3. Discrimination of Race
This is your weakest factor and claim, there is not a lot of proof to show that you was discriminated against because of your race and because we have age and gender that proves that you was a victim of discrimination it would be extremely difficult to prove that race was a factor as well unless If you Ms. Shewin are able to establish a prima facie case, the burden of proof then shifts to the Blabber to show that it had a legitimate business reason for its action. If the Blabber is able to establish this, the burden then shifts back to you Ms. Shewin to show that the proffered reason is merely pretext for discrimination. I believe we should drop this off as one of your claims it’s almost nonexistent.
Summary of Other Information If you wish to proceed with the discrimination of race claim, I would need more information and information that can paint a picture to the judge of racial discrimination and also if you could get an testimony from a few of your coworkers or if we can establish a prima facie, meaning that the evidence is sufficient to explore the claim. Conclusion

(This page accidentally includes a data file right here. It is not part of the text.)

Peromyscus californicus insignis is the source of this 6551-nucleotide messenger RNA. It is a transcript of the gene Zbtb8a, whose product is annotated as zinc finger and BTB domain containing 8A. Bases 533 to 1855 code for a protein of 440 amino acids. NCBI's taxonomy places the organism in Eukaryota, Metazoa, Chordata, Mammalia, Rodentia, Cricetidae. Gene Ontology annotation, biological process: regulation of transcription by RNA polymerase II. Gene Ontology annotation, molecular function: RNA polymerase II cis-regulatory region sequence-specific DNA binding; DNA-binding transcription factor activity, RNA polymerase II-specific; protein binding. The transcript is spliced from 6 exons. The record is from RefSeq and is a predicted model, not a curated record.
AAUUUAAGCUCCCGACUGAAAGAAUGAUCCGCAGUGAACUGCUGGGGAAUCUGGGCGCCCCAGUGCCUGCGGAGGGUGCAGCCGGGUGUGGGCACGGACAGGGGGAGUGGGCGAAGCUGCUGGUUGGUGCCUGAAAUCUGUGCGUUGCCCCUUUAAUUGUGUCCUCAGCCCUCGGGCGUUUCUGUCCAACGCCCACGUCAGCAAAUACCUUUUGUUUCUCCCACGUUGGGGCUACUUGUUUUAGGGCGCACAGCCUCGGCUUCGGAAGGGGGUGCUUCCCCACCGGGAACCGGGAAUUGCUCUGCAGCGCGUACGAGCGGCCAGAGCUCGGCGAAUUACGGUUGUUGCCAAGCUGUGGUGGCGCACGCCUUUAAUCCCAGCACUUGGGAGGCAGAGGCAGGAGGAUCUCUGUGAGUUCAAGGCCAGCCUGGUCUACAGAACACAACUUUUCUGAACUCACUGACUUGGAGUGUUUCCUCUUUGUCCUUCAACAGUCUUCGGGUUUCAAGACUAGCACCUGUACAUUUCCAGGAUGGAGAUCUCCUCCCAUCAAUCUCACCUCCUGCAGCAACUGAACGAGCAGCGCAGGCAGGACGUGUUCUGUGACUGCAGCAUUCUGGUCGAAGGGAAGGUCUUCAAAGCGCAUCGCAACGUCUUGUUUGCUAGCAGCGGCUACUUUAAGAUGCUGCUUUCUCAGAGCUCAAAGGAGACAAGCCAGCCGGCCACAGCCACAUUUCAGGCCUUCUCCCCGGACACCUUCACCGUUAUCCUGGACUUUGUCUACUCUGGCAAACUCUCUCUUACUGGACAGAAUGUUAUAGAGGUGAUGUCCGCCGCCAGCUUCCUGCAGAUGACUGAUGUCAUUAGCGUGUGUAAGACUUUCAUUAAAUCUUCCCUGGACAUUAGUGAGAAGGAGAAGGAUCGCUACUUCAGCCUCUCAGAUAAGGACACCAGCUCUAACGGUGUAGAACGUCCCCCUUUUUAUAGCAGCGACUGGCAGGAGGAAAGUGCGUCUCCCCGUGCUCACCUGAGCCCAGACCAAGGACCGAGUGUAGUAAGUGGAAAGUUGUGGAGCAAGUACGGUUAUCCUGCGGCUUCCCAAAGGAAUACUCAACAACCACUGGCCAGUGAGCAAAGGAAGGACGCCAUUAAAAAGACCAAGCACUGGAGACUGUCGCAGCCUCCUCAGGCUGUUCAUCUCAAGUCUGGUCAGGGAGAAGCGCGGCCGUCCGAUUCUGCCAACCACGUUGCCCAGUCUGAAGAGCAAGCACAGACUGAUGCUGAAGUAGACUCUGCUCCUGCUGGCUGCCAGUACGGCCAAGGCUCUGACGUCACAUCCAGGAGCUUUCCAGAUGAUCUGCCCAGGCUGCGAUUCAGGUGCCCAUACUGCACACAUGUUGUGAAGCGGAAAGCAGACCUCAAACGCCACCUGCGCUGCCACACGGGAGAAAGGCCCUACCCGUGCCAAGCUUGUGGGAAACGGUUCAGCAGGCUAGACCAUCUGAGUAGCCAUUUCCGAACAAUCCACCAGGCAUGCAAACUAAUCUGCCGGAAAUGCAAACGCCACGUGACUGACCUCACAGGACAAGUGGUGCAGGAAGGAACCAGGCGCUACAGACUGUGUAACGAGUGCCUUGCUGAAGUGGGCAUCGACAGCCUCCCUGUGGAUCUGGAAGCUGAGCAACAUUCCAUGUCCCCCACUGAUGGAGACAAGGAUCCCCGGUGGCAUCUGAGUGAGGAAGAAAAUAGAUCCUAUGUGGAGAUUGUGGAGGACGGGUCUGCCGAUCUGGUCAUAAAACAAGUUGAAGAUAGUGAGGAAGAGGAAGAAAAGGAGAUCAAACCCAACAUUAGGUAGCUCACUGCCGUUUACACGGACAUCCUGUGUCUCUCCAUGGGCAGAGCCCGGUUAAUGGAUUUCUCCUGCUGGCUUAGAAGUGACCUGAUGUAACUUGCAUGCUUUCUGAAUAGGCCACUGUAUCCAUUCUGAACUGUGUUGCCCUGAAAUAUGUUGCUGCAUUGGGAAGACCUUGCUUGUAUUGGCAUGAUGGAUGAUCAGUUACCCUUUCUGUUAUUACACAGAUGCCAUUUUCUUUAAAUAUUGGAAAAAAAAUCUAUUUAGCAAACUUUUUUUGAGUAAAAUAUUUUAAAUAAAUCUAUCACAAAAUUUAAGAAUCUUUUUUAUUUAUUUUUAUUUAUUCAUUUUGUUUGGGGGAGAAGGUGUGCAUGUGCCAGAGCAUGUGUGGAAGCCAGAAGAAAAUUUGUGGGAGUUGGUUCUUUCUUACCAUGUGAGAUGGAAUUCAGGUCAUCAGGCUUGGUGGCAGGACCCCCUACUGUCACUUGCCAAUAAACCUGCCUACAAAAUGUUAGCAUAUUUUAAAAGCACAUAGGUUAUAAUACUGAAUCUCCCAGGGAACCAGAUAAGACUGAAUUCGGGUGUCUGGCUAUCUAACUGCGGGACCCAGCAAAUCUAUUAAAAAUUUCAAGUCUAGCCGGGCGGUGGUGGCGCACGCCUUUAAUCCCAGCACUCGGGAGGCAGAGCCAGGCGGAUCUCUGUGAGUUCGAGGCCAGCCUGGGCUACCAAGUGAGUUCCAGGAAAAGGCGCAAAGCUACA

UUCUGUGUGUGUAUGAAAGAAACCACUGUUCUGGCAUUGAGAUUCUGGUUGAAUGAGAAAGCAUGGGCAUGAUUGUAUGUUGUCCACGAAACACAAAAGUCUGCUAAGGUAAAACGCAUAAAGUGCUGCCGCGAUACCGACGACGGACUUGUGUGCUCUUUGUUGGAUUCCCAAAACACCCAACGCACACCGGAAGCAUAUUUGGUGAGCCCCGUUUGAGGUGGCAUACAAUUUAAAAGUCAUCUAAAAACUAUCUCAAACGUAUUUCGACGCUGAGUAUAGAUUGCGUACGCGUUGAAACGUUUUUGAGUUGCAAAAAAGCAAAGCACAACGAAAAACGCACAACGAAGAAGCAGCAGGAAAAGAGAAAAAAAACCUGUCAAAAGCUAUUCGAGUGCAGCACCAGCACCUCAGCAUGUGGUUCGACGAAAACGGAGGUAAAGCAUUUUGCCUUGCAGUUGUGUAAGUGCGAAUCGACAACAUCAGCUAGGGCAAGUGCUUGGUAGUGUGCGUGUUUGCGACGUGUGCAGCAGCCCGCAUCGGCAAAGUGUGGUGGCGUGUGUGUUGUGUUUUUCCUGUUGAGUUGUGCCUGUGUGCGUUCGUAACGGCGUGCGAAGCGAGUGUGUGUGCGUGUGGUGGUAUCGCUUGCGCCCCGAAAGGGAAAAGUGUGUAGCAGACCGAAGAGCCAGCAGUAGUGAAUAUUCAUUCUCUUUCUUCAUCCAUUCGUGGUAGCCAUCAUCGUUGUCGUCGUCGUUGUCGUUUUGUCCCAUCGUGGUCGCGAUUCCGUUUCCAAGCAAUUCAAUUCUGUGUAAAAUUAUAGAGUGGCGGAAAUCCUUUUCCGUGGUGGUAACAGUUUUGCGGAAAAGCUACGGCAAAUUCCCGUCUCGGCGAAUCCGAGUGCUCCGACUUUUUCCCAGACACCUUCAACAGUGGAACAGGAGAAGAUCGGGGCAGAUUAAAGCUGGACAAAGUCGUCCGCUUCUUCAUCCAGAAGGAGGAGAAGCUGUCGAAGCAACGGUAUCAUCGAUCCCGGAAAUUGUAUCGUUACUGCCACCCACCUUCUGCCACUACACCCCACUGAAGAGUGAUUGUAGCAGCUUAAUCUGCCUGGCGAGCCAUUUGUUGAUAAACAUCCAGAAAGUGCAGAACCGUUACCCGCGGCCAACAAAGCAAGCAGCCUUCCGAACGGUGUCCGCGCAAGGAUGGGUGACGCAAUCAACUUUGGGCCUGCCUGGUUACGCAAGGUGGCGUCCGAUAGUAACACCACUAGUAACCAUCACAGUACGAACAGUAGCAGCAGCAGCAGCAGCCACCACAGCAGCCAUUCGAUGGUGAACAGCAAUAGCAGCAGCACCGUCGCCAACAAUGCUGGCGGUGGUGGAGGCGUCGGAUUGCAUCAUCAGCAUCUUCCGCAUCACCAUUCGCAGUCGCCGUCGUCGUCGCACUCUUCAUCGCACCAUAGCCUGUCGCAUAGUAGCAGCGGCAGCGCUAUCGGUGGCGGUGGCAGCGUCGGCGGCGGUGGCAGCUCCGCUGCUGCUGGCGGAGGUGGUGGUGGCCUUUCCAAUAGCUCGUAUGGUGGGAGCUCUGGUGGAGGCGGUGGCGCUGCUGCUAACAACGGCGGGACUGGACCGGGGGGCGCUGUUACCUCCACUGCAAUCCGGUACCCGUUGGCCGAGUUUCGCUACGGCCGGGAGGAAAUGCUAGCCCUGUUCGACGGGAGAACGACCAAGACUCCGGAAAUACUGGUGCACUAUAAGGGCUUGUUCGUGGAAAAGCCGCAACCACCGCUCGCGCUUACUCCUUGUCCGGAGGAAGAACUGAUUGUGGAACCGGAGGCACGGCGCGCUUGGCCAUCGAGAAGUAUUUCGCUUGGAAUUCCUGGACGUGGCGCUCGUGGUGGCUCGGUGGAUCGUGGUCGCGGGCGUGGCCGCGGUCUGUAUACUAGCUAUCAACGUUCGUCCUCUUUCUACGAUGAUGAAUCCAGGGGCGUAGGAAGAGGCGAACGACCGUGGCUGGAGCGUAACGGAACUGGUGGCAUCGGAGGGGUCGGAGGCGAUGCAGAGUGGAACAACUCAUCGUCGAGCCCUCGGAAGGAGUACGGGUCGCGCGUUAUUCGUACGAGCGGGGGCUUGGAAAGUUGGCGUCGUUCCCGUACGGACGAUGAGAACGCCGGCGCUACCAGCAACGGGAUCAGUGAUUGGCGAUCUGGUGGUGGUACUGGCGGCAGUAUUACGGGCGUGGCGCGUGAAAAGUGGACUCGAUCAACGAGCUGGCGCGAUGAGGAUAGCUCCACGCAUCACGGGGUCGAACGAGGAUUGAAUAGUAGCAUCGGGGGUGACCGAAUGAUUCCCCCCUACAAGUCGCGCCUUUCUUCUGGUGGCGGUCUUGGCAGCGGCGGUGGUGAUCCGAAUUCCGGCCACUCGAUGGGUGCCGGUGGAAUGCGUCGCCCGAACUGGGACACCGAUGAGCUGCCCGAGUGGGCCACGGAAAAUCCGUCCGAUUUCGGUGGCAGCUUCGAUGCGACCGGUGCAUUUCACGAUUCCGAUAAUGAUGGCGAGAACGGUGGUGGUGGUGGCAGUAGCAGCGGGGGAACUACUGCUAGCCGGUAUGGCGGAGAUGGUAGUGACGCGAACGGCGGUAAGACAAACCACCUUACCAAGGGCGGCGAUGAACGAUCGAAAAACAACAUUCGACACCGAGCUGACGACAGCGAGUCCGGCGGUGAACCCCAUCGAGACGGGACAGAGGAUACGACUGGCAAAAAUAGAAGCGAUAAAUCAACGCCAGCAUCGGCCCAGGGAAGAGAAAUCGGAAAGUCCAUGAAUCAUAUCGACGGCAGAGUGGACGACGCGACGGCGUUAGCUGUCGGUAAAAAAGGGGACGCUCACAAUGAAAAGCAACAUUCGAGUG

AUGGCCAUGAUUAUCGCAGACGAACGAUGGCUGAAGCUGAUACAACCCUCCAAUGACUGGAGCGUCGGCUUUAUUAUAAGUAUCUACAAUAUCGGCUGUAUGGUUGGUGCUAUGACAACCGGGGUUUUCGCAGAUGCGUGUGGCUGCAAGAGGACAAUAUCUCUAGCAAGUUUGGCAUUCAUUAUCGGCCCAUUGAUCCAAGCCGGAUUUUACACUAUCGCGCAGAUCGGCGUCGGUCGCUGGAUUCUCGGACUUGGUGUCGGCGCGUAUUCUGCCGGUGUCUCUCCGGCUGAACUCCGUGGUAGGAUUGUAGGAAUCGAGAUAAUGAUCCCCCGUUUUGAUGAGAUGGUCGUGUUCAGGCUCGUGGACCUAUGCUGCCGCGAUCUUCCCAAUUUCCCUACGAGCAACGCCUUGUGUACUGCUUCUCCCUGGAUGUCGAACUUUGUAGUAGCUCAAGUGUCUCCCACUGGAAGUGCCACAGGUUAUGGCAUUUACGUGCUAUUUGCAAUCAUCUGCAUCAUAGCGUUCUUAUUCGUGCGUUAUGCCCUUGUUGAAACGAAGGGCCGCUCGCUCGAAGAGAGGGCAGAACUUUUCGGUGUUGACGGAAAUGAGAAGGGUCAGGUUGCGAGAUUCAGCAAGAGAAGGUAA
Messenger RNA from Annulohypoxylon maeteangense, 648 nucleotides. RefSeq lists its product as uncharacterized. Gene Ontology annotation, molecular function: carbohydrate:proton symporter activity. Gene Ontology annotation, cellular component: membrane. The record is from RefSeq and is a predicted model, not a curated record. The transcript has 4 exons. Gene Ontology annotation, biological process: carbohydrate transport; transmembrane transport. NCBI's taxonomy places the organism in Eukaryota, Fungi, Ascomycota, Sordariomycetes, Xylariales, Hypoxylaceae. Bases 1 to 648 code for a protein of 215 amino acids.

The facts and the law shows that Arthur King did discriminate against you Ms. Shewin. You didn’t have a real interview, and based on his reputation at the job and what was discussed in the so-called interview. It is most likely that Mr. King will be charged with age discrimination and gender discrimination. As outlined in NY Executive Law, §296. Also According to the law and the facts for this case the strongest claim is age Discrimination as we can see that most of the workers are younger in age especially those with higher positions. . It is most likely that Mr. King will be charged with age discrimination and gender discrimination, but not Race discrimination, as outlined in NY Executive Law, §296, and by the Equal Employment Opportunity Commission.(Eeoc.gov, 2015)